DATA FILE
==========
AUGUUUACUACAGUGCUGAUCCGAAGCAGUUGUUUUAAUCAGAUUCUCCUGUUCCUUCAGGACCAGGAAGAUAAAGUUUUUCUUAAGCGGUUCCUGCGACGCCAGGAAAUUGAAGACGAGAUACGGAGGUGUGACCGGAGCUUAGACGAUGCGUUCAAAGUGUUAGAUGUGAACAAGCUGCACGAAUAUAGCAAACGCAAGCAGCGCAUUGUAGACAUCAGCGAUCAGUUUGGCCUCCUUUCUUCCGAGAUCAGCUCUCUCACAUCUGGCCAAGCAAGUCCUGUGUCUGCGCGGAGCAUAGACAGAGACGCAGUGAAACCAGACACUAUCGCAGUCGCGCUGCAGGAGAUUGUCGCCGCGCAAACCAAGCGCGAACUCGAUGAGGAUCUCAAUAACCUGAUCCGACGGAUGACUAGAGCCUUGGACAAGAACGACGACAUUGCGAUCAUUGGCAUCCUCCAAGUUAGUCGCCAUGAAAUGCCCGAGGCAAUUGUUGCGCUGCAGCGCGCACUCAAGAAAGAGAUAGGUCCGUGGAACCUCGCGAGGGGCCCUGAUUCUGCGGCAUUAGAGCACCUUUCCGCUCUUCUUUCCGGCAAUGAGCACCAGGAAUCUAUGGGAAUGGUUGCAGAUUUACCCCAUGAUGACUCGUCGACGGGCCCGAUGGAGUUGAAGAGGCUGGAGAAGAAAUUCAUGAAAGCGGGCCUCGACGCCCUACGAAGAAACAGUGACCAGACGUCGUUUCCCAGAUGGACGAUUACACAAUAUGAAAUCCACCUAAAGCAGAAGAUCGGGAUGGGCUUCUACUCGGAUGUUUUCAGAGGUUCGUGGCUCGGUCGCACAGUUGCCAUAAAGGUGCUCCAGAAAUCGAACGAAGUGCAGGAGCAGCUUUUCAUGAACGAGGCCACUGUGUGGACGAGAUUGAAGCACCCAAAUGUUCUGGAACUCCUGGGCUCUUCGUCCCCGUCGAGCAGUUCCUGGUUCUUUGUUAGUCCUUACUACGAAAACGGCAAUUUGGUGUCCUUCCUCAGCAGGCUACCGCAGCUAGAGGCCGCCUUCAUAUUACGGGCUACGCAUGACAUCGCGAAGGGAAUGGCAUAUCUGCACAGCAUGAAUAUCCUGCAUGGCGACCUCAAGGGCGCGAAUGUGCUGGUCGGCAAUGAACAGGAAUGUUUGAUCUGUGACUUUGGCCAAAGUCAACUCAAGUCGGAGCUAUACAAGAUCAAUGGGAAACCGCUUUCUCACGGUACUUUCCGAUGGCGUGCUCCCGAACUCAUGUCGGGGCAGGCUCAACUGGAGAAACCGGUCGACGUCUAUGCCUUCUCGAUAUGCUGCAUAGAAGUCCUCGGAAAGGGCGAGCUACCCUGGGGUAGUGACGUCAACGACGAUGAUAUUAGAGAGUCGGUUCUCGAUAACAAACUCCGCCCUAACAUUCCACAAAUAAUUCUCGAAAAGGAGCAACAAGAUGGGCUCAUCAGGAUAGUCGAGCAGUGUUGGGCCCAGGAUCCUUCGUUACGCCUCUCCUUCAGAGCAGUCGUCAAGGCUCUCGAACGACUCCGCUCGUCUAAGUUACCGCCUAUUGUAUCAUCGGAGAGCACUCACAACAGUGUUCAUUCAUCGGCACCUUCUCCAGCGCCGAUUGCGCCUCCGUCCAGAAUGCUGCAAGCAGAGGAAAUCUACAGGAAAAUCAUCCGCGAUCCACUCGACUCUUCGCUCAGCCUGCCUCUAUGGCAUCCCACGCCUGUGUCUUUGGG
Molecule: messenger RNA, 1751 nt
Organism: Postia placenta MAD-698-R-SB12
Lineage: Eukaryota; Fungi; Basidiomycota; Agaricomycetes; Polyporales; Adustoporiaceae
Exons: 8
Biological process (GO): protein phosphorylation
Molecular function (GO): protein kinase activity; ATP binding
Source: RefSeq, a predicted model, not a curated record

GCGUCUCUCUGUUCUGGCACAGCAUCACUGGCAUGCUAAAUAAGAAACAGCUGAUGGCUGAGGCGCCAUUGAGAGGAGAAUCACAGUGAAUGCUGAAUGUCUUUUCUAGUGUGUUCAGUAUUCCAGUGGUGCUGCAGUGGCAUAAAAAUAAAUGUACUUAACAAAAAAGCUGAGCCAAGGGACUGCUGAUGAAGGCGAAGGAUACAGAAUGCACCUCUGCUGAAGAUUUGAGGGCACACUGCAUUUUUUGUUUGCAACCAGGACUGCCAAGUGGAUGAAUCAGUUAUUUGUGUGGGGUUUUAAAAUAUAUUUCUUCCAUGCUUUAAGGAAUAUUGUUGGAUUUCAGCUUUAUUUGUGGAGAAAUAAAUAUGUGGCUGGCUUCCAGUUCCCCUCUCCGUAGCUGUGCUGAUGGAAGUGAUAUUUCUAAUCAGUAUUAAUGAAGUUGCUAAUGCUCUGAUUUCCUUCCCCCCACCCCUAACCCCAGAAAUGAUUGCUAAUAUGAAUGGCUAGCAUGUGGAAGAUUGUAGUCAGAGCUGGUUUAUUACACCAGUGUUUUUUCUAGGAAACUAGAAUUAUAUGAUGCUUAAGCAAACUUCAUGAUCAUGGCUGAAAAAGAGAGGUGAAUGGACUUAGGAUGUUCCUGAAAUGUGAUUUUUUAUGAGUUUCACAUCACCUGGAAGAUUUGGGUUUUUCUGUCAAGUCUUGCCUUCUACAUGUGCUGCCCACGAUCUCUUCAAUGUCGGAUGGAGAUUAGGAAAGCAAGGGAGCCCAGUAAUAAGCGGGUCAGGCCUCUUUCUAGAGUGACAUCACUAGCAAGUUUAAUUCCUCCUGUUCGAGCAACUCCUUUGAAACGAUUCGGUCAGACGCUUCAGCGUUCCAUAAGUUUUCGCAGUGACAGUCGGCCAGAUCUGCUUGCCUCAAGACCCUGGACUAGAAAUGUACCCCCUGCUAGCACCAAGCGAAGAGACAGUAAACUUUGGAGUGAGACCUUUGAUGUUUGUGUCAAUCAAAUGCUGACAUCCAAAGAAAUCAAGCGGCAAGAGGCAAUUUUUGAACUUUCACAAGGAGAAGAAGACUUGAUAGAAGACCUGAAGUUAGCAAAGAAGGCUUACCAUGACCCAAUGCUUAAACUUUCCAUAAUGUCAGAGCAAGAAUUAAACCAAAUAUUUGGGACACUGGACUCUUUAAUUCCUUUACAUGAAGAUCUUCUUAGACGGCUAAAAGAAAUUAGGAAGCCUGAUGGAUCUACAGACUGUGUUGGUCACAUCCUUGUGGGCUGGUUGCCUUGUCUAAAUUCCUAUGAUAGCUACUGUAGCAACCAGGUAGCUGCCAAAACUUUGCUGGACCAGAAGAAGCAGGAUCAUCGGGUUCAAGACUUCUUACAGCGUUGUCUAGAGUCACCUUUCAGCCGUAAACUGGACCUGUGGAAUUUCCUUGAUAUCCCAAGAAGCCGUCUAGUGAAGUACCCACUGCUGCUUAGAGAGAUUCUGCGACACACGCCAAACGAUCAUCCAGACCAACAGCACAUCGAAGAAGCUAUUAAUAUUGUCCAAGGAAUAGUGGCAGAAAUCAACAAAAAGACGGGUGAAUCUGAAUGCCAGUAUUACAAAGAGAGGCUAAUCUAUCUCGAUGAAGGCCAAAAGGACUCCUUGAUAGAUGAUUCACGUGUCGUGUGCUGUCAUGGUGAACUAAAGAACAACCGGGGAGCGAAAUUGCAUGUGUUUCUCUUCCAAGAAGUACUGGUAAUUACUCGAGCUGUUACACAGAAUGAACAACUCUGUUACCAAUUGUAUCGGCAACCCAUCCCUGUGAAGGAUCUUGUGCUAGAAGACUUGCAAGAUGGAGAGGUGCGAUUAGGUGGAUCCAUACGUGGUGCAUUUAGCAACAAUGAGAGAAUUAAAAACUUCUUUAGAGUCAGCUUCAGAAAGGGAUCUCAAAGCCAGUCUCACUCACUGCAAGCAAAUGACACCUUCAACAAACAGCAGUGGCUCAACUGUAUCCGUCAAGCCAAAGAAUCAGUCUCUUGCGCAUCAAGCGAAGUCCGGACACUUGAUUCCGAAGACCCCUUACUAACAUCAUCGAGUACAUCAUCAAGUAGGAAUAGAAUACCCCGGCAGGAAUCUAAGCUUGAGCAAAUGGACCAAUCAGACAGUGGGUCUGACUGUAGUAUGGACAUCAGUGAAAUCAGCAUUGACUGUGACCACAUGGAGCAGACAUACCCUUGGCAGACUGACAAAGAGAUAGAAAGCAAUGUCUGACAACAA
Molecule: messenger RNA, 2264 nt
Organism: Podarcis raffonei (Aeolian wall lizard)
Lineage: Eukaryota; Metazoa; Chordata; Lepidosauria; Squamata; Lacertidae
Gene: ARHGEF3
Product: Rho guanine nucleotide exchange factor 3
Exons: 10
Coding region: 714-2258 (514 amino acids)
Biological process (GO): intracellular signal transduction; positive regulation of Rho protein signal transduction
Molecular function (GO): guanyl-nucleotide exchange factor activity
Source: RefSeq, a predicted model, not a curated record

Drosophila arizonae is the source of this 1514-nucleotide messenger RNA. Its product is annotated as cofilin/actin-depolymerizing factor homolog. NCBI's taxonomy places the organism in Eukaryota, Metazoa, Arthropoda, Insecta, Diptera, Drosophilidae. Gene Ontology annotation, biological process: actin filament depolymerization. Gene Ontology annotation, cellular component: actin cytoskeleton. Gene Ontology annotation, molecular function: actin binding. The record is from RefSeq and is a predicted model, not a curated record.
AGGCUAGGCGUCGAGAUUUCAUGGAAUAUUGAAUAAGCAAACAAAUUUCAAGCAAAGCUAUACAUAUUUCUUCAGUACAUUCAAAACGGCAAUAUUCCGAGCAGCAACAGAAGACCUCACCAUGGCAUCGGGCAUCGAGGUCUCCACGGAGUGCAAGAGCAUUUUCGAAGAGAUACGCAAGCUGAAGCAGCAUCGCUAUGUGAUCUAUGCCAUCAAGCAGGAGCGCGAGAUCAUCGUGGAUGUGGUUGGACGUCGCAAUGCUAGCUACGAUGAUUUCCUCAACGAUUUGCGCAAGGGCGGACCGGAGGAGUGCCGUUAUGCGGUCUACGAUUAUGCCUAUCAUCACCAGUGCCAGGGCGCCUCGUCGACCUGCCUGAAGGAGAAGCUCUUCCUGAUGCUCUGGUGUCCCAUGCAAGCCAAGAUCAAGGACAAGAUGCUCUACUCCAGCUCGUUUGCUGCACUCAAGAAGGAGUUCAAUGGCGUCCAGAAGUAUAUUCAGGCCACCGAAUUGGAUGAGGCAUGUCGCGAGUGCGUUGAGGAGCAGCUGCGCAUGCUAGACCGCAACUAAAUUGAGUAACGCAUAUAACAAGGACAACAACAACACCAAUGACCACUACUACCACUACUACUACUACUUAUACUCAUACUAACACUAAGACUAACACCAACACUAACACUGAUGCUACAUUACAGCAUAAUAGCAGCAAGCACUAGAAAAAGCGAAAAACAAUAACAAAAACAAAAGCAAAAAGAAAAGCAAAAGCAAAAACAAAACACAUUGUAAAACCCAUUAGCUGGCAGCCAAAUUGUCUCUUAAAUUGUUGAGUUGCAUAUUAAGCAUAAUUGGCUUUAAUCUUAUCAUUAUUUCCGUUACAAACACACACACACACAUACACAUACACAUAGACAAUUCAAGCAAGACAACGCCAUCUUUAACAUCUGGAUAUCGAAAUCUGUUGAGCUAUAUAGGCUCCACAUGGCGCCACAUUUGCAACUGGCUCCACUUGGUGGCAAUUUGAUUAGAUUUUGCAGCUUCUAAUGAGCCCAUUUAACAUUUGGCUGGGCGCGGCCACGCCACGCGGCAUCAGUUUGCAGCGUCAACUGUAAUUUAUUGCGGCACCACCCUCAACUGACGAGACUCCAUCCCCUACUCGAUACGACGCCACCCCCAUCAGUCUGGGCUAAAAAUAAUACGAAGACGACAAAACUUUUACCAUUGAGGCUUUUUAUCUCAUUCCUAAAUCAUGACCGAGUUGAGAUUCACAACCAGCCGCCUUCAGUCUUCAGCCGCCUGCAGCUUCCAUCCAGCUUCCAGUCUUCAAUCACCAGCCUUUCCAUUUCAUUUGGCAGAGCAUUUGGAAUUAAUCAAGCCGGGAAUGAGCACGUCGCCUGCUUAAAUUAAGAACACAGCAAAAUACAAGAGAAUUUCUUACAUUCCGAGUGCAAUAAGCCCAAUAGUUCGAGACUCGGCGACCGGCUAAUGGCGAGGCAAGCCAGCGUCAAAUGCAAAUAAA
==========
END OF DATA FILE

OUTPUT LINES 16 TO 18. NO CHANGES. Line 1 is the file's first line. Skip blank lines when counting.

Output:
Coding region: 714-2258 (514 amino acids)
Biological process (GO): intracellular signal transduction; positive regulation of Rho protein signal transduction
Molecular function (GO): guanyl-nucleotide exchange factor activity